Figure 4: Testicular plasmacytomas in the literature and their underlying diagnosis[13],[14],[16],[18],[19],[21],[22],[25],[26],[27],[28],[29],[30],[31],[32],[33],[34],[35],[36],[37],[38],[39],[40],[41],[42],[43],[44],[45],[46],[47],[48]

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However, even in cases like ours, where a patient presents with a testicular mass in the context of active systemic disease following extensive treatment cytogenetic testing from such testicular masses may assist in delineating clonal evolution of the underlying myeloma.


   Conclusion Top


Testicular plasmacytoma is a very uncommon lesion. It appears to occur more commonly in the context of widespread MM in the context of aggressive end-stage disease rather than as a primary solitary clinical entity. Even when occurring in isolation, it remains important to screen and subsequently monitor patients with MM. Although it continues to carry a poor prognosis, cases of testicular plasmacytoma should be reported to facilitate the creation of a definitive treatment protocol.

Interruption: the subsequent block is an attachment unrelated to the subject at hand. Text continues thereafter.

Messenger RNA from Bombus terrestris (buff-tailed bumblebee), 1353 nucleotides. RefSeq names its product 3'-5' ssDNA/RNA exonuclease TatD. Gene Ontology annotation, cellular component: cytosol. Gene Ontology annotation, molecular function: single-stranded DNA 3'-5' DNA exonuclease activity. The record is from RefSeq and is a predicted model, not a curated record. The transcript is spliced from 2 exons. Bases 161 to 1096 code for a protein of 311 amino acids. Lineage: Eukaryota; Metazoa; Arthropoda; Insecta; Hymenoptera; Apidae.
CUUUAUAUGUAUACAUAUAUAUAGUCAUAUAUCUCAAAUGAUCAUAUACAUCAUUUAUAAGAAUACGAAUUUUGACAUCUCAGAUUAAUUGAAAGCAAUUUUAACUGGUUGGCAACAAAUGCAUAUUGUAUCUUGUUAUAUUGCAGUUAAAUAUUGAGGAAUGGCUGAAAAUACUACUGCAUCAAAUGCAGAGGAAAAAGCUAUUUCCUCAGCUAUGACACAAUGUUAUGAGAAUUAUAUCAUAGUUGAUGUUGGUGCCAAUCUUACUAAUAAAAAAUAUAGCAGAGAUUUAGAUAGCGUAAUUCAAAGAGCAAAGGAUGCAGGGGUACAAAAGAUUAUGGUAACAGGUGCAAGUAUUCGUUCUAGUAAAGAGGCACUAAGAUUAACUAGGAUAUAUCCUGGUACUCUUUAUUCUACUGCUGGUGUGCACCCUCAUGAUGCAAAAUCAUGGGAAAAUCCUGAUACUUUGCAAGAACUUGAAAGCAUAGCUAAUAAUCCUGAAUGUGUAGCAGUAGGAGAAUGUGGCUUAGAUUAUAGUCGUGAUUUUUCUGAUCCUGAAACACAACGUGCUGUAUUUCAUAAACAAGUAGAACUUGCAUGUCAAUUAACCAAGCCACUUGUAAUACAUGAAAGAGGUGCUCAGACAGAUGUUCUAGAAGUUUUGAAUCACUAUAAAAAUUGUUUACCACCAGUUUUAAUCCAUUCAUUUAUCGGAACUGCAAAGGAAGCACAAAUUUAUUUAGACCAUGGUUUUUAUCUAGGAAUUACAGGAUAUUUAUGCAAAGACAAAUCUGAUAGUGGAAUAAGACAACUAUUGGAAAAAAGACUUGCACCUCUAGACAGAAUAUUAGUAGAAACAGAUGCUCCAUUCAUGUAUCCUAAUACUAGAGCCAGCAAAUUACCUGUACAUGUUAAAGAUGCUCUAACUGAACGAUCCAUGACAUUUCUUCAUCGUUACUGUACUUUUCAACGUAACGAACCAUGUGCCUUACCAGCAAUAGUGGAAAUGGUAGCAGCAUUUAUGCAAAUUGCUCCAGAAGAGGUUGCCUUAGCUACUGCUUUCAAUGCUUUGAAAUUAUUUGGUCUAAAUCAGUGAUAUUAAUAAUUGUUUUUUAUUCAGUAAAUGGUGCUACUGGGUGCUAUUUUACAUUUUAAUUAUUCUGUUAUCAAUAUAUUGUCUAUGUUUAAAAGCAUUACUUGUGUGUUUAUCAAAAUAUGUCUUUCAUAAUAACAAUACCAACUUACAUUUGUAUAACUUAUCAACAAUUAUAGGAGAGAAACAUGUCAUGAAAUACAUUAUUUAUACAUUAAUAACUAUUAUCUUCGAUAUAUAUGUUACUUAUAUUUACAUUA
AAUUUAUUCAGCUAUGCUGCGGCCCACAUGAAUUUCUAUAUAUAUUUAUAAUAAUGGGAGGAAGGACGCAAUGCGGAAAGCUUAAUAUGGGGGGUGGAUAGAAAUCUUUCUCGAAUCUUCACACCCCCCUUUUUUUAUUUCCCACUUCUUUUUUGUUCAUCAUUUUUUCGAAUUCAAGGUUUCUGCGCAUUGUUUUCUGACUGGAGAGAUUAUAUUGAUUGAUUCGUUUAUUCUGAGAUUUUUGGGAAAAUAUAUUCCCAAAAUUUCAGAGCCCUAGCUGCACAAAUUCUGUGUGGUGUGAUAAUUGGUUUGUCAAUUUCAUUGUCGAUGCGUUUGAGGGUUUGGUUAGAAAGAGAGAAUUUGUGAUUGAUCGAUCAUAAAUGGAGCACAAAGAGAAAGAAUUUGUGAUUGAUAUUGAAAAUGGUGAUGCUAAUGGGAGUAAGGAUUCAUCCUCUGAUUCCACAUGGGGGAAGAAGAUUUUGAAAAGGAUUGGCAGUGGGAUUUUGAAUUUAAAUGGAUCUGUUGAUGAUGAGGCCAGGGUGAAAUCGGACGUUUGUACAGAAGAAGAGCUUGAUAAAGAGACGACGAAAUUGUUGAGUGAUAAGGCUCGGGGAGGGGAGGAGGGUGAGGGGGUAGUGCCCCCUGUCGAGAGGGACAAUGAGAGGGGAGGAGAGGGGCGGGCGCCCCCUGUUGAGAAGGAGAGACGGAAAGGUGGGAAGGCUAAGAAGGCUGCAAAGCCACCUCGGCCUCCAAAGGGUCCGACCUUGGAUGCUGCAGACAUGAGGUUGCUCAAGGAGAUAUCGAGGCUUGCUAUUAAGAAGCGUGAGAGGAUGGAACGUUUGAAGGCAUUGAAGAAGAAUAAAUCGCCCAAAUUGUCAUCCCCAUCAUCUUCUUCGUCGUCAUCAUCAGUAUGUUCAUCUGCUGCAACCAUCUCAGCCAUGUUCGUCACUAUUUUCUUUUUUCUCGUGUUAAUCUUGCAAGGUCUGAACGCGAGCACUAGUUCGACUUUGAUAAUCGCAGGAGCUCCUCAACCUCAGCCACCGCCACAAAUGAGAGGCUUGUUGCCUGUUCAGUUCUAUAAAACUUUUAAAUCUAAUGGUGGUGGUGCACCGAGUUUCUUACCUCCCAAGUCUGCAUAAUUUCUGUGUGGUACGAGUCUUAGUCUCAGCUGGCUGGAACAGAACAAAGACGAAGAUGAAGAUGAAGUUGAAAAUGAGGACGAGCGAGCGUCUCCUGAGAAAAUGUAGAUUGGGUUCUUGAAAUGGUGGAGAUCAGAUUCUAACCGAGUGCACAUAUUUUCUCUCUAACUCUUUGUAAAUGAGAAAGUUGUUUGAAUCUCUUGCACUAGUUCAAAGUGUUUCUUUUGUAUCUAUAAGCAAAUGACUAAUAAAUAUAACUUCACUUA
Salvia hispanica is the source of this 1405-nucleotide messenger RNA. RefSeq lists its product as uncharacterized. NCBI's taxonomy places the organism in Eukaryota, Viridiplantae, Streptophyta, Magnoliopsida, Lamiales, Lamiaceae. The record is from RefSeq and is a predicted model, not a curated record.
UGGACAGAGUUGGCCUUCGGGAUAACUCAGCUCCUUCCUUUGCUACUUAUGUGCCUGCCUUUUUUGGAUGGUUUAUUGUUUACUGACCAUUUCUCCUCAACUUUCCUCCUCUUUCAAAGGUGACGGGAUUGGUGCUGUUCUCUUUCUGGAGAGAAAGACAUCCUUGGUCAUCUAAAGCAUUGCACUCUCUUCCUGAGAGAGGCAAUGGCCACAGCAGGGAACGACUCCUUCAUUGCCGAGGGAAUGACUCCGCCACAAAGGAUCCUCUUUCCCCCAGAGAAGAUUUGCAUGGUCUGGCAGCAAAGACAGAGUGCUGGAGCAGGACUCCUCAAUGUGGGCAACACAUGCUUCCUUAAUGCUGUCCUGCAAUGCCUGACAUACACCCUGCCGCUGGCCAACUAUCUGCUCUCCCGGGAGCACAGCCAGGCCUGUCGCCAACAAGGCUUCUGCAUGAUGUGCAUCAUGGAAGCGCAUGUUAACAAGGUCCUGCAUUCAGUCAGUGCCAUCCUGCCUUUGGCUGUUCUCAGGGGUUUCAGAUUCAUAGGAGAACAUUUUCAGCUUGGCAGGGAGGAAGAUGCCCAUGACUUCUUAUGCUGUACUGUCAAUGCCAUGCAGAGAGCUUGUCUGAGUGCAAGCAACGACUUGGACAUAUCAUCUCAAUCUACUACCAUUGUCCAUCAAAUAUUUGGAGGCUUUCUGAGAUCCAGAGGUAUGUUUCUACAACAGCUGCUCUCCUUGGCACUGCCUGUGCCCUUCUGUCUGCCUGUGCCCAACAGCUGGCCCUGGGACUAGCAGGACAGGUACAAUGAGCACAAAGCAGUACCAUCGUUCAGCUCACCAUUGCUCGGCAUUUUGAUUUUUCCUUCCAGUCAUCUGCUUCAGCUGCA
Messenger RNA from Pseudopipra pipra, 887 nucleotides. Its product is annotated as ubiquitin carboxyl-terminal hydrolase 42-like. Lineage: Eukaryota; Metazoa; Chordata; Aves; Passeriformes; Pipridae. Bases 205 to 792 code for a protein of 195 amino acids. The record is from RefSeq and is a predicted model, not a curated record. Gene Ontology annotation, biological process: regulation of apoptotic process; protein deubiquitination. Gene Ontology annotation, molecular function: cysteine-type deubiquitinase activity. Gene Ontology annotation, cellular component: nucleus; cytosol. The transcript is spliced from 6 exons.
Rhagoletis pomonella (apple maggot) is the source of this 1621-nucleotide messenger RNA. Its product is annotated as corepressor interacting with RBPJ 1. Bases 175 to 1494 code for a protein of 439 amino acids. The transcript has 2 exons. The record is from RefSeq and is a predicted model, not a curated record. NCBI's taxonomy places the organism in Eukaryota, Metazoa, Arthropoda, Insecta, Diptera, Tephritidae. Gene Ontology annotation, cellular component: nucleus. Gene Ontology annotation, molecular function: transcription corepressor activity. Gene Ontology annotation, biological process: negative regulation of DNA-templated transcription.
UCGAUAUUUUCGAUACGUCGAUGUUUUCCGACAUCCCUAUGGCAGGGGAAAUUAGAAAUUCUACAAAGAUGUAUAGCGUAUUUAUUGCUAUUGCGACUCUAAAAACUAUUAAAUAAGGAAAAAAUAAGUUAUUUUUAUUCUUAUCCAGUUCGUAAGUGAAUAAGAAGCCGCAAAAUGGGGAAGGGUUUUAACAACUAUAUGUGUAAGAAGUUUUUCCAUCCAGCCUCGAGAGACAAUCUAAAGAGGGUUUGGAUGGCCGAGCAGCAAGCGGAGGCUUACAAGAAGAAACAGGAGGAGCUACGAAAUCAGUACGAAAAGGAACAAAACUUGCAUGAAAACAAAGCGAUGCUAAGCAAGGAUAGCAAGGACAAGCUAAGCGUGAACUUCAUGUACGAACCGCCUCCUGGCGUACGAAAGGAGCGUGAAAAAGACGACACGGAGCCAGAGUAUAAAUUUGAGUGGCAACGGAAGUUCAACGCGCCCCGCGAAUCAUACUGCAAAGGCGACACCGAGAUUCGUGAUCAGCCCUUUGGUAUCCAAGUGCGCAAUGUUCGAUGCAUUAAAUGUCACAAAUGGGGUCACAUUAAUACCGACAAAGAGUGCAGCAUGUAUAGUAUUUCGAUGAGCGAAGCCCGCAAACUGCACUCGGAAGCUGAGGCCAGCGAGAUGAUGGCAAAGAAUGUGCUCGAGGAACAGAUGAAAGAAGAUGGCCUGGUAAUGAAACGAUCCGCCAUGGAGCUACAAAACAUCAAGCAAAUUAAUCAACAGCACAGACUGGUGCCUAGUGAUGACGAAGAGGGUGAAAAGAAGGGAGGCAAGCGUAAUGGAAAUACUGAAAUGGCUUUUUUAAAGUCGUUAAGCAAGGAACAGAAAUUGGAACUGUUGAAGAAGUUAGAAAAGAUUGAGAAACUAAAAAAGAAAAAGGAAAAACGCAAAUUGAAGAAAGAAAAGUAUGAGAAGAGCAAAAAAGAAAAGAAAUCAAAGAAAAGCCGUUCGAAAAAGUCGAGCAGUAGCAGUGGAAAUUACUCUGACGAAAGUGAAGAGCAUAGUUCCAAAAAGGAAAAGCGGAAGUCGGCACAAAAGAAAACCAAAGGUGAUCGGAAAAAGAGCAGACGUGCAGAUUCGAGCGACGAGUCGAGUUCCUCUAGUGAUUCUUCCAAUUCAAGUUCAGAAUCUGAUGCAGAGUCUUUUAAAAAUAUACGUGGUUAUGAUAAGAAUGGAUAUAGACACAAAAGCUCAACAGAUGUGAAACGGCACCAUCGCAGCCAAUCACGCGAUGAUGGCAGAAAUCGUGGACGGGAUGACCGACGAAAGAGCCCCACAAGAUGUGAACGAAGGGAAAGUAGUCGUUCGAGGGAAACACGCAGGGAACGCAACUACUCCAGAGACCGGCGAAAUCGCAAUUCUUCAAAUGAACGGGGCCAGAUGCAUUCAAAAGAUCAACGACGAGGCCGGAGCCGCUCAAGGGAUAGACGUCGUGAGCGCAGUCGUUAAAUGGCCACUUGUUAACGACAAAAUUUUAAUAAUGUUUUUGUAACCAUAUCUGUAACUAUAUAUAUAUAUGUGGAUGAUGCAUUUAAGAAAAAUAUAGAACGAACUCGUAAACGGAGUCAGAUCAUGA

Source of Support:

Nil

Conflict of Interest:

None.[48]

 
   References Top

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    Figures

  [Figure 1], [Figure 2], [Figure 3], [Figure 4]